New ASU: What to Do with Expected Credit Losses

credit losses ASUA new Accounting Standards Update (ASU) affects entities holding financial assets and net investments in leases that are not accounted for at fair value through net income.  The Financial Accounting Standards Board (FASB) recently issued ASU 2016-13: Financial Instruments—Credit Losses (Topic 326): Measurement of Credit Losses on Financial Instruments.  The main objective of this update is to provide financial statement users with more useful information for decision making concerning expected credit losses on financial instruments.  The amendments in this update replace the incurred loss impairment methodology in current generally accepted accounting principles (GAAP) with a methodology that reflects expected credit losses and requires consideration of a broader range of reasonable and supportable information to inform credit losses estimates.

Current GAAP requires an “incurred loss” methodology for recognizing credit losses that delay recognition until it is probable a loss has been incurred.  Both financial institutions and users of financial statements expressed concern that current GAAP restricts the ability to record credit losses that are expected, but do not yet meet the “probable” threshold.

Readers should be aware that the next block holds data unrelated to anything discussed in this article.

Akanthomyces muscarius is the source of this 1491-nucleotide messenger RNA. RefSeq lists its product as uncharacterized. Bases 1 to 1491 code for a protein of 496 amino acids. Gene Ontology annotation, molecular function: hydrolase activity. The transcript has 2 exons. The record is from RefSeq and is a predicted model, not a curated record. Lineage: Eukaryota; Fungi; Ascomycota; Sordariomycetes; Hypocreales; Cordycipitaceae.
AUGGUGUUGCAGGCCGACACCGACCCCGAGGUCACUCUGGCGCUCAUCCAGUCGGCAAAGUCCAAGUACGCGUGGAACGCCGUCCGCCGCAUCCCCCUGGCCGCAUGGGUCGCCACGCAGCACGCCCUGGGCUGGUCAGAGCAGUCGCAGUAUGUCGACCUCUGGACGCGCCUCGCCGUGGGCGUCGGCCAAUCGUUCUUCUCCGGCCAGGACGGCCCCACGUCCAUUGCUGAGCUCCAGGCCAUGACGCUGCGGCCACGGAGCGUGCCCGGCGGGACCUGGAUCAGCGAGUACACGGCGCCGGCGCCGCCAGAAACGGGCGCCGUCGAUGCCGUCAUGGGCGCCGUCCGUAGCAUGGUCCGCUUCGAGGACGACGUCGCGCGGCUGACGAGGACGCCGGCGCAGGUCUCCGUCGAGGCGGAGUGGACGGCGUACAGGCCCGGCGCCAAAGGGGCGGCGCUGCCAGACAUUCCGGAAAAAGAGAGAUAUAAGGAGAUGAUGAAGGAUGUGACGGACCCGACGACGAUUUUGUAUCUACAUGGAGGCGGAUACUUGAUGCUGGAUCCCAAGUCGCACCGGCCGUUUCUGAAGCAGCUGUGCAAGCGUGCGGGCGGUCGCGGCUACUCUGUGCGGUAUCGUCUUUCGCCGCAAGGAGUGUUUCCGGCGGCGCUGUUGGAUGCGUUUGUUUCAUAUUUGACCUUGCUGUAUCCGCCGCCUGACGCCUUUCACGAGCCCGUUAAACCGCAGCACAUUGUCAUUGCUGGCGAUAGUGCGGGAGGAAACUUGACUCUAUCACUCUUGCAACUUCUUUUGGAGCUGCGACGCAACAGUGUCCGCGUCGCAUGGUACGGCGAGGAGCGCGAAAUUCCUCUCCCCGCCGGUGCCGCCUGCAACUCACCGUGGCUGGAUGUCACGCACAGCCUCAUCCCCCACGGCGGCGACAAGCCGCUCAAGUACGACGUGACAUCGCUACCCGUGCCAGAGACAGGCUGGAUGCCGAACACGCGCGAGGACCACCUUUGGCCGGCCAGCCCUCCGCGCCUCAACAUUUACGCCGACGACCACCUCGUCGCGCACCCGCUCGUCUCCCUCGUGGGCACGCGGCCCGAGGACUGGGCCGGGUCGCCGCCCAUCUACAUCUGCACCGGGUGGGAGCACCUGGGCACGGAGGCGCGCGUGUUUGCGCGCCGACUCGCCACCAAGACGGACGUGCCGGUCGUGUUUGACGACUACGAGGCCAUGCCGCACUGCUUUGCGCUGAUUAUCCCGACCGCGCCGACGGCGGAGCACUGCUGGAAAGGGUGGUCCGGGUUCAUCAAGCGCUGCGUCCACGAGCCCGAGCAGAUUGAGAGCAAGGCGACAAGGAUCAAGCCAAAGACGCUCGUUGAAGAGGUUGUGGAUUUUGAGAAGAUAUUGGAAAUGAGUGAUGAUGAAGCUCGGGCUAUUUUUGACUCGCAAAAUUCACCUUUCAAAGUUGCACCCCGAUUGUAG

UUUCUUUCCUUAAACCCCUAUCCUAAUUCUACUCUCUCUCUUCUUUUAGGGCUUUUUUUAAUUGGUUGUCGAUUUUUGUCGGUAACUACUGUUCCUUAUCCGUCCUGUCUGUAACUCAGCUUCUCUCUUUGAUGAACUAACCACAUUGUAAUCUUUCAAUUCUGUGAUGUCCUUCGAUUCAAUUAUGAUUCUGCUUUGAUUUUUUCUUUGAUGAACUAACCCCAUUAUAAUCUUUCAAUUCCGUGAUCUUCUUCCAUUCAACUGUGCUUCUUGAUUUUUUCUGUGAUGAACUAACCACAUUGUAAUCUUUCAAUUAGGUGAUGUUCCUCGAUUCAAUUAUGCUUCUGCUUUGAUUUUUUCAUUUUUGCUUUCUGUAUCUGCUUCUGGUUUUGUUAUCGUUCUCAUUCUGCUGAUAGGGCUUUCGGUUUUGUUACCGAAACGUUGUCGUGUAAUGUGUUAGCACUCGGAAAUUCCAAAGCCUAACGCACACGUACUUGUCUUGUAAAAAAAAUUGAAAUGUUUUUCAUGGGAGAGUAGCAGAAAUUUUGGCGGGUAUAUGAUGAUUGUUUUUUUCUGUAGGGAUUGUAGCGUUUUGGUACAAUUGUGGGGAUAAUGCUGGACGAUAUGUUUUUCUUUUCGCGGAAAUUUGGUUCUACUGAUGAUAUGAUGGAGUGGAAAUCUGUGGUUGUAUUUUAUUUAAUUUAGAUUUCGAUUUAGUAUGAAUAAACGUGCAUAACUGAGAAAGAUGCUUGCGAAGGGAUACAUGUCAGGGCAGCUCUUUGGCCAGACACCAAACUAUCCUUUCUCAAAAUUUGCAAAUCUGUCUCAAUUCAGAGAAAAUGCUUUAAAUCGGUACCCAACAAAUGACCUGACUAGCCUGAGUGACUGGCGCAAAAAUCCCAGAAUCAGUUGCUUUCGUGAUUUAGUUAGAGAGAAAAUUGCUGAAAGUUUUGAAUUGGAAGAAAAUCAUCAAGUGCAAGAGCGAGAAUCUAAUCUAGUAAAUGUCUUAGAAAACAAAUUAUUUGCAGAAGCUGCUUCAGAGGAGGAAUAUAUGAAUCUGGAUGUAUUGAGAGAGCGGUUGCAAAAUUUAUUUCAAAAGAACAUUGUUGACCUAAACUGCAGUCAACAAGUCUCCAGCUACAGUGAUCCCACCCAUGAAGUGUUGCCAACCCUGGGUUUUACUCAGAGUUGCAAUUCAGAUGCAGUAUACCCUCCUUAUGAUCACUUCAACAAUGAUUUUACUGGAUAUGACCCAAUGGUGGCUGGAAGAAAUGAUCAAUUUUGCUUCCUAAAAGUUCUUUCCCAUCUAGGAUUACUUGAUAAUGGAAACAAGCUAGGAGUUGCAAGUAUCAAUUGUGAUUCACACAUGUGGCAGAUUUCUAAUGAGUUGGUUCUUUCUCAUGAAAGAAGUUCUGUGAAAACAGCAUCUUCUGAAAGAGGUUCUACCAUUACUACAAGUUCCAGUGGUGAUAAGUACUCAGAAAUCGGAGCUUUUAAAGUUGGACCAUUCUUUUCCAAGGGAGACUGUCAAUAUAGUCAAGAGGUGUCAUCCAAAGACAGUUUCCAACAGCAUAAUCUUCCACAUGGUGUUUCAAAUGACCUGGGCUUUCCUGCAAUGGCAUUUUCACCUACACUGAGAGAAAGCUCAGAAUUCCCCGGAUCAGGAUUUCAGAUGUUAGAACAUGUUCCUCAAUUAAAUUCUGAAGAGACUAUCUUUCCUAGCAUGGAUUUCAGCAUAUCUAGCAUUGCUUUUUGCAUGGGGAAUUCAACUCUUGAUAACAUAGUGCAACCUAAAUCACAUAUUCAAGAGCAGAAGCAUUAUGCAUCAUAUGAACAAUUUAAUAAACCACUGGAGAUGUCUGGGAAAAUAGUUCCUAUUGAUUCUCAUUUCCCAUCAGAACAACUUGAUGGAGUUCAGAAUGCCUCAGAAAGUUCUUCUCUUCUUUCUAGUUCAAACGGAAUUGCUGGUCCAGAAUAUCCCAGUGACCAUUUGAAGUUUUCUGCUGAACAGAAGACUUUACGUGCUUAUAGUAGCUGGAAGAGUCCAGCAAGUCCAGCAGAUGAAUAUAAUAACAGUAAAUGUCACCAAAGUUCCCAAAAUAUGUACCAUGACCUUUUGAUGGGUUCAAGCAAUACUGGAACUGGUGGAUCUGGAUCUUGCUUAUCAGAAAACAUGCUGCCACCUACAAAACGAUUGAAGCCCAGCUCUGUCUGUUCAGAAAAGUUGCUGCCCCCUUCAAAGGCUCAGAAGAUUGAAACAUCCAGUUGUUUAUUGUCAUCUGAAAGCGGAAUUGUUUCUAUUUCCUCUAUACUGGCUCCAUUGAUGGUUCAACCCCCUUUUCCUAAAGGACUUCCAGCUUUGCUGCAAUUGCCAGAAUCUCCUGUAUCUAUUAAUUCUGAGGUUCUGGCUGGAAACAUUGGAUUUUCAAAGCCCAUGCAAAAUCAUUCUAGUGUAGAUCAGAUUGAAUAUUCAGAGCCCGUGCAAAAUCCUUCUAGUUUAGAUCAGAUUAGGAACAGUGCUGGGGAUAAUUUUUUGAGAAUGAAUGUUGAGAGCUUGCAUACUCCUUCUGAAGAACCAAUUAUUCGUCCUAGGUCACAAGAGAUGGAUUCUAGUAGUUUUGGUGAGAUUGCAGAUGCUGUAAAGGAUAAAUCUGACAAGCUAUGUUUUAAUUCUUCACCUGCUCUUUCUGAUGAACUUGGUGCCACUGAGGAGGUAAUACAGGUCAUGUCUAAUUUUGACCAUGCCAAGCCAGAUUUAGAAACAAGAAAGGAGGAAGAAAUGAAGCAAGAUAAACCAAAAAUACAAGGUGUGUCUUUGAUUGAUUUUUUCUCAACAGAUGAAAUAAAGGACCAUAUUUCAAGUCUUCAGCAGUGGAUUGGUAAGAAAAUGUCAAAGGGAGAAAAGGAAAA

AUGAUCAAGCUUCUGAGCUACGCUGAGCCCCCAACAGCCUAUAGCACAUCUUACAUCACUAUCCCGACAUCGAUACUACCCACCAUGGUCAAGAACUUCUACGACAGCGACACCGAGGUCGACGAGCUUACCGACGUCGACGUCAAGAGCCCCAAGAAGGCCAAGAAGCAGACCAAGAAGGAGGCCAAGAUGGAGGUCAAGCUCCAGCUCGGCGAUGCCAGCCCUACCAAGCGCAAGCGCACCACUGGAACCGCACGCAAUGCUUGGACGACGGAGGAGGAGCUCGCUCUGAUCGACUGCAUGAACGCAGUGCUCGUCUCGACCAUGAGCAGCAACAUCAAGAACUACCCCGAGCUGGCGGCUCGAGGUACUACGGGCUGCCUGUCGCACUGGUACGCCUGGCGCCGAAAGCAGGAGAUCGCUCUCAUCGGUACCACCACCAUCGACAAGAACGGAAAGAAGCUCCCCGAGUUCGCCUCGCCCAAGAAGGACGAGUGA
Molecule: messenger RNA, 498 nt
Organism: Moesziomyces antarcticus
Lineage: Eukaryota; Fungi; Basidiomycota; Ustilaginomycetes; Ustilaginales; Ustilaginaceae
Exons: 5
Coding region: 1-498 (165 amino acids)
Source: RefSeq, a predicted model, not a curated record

The global financial crisis highlighted those concerns as users analyzed credit losses by utilizing forward-looking information to assess an entity’s allowance for credit losses on the basis of their own expectations.  Consequently, in the lead-up to the financial crisis, users were making estimates of expected credit losses and devaluing financial institutions before accounting losses were recognized, highlighting the different informational needs of users from what GAAP required.  Similarly, financial institutions expressed frustration during this period because they could not record credit losses that they were expecting, but had not yet met the probable threshold.

The Financial Advisory Crisis Group identified the delayed recognition of credit losses that result in the potential overstatements of assets as a weakness in current GAAP, so it recommended exploring more forward-looking alternatives to the incurred loss methodology.

The amendments in this ASU affect loans, debt securities, trade receivables, net investments in leases, off-balance-sheet credit exposures, reinsurance receivables, and any other financial assets not excluded from the scope that have the contractual right to receive cash.

In the near future, PYA will issue a white paper which will cover in greater detail the changes included in this new standard and how it will affect your business in transitioning to the new measurement of credit accounting.

For more information about this ASU and reporting expected credit losses, contact one of our executives below at (800) 270-9629.

Mike Shamblin

Mike Shamblin

Managing Principal of Audit & Assurance Services

Matt Neilson

Matt Neilson


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